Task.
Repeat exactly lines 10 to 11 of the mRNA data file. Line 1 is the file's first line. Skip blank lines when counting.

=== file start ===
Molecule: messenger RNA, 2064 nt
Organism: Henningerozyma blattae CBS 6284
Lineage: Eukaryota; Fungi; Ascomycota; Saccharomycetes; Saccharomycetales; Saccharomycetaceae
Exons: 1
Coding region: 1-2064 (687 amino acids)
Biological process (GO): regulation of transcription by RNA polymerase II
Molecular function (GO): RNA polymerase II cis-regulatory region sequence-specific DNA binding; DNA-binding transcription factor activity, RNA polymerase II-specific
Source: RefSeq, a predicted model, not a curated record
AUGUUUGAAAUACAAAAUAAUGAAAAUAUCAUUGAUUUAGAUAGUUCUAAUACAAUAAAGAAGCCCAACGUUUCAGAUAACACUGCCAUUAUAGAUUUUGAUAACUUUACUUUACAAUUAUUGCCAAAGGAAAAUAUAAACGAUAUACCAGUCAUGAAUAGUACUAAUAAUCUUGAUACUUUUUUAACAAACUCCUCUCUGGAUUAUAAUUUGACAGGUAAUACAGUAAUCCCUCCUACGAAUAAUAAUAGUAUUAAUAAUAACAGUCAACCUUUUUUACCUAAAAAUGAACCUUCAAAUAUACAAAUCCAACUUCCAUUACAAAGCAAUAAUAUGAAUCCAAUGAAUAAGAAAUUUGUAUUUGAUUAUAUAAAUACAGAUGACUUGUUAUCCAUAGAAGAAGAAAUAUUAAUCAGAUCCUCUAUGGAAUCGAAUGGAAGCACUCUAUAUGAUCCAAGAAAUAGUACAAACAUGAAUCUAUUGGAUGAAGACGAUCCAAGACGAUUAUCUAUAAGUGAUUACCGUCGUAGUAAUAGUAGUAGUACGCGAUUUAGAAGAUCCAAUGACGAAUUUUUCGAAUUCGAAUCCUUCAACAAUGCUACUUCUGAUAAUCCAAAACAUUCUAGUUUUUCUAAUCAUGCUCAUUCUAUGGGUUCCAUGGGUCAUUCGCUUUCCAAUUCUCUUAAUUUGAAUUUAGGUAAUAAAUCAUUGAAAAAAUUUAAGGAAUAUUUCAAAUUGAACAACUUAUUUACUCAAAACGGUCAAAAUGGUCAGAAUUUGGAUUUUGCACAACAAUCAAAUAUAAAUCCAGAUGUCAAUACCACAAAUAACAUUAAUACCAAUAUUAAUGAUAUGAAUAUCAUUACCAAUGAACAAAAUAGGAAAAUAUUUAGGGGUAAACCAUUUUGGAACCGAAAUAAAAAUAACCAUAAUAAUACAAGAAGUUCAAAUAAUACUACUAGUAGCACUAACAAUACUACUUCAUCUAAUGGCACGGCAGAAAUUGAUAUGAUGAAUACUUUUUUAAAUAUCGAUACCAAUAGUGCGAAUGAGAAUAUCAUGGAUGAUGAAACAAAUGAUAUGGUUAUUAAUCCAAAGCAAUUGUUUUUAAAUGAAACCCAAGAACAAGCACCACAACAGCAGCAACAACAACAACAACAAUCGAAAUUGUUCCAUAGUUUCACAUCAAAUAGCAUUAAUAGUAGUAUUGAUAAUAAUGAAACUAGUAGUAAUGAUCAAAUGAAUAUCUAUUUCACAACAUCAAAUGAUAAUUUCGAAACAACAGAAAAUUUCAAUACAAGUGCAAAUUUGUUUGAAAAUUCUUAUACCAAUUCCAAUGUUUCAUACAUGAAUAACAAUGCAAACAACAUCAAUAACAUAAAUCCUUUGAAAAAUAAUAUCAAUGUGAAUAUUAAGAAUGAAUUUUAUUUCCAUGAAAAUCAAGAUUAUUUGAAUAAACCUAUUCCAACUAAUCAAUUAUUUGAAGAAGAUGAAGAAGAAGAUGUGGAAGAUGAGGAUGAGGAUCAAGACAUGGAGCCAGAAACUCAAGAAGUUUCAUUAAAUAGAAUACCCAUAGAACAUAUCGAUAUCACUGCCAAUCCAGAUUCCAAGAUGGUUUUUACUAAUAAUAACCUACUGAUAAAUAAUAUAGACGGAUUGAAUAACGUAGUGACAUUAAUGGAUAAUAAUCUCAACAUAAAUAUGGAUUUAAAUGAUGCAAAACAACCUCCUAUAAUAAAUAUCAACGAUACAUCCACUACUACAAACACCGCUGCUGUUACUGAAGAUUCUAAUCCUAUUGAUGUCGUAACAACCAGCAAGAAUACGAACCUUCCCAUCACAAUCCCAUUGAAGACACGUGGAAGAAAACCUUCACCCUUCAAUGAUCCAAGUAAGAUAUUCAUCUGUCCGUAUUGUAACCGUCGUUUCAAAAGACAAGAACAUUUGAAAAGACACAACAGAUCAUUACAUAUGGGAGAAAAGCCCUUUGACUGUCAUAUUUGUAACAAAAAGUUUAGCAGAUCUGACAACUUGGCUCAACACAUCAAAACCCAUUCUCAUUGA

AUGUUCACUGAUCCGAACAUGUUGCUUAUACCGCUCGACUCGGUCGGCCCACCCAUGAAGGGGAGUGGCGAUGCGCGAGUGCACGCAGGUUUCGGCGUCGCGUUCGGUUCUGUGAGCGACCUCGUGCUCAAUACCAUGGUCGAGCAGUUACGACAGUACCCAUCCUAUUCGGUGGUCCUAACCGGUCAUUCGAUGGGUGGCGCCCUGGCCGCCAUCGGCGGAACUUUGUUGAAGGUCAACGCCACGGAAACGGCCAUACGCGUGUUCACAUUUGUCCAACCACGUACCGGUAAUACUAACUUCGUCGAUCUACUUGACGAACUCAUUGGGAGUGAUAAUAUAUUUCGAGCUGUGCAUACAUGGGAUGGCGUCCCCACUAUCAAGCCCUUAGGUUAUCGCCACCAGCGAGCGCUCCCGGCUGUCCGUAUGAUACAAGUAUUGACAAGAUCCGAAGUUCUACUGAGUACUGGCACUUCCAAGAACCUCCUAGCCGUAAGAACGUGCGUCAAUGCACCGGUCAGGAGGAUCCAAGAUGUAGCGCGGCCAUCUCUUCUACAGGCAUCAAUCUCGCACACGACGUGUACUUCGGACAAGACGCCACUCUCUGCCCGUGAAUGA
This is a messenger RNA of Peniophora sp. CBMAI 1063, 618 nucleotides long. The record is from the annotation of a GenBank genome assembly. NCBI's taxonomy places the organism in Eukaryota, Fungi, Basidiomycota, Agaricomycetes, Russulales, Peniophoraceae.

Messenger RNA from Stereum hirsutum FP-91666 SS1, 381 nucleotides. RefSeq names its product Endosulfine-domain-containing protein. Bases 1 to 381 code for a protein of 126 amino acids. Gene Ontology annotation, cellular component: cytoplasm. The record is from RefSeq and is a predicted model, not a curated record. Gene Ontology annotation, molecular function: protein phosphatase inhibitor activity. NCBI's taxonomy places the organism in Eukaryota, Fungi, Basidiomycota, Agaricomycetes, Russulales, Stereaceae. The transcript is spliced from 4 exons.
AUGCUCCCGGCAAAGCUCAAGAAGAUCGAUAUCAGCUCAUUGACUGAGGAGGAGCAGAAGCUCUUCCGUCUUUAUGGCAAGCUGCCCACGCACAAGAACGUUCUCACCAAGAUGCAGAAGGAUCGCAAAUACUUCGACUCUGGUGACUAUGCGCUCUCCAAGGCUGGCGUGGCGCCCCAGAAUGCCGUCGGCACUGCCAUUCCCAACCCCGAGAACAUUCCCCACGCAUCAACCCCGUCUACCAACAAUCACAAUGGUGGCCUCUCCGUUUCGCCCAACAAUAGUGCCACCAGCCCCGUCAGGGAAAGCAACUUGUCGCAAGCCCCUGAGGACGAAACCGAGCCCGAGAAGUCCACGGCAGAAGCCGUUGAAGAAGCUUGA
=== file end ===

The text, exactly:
AUGUUCACUGAUCCGAACAUGUUGCUUAUACCGCUCGACUCGGUCGGCCCACCCAUGAAGGGGAGUGGCGAUGCGCGAGUGCACGCAGGUUUCGGCGUCGCGUUCGGUUCUGUGAGCGACCUCGUGCUCAAUACCAUGGUCGAGCAGUUACGACAGUACCCAUCCUAUUCGGUGGUCCUAACCGGUCAUUCGAUGGGUGGCGCCCUGGCCGCCAUCGGCGGAACUUUGUUGAAGGUCAACGCCACGGAAACGGCCAUACGCGUGUUCACAUUUGUCCAACCACGUACCGGUAAUACUAACUUCGUCGAUCUACUUGACGAACUCAUUGGGAGUGAUAAUAUAUUUCGAGCUGUGCAUACAUGGGAUGGCGUCCCCACUAUCAAGCCCUUAGGUUAUCGCCACCAGCGAGCGCUCCCGGCUGUCCGUAUGAUACAAGUAUUGACAAGAUCCGAAGUUCUACUGAGUACUGGCACUUCCAAGAACCUCCUAGCCGUAAGAACGUGCGUCAAUGCACCGGUCAGGAGGAUCCAAGAUGUAGCGCGGCCAUCUCUUCUACAGGCAUCAAUCUCGCACACGACGUGUACUUCGGACAAGACGCCACUCUCUGCCCGUGAAUGA
This is a messenger RNA of Peniophora sp. CBMAI 1063, 618 nucleotides long. The record is from the annotation of a GenBank genome assembly. NCBI's taxonomy places the organism in Eukaryota, Fungi, Basidiomycota, Agaricomycetes, Russulales, Peniophoraceae.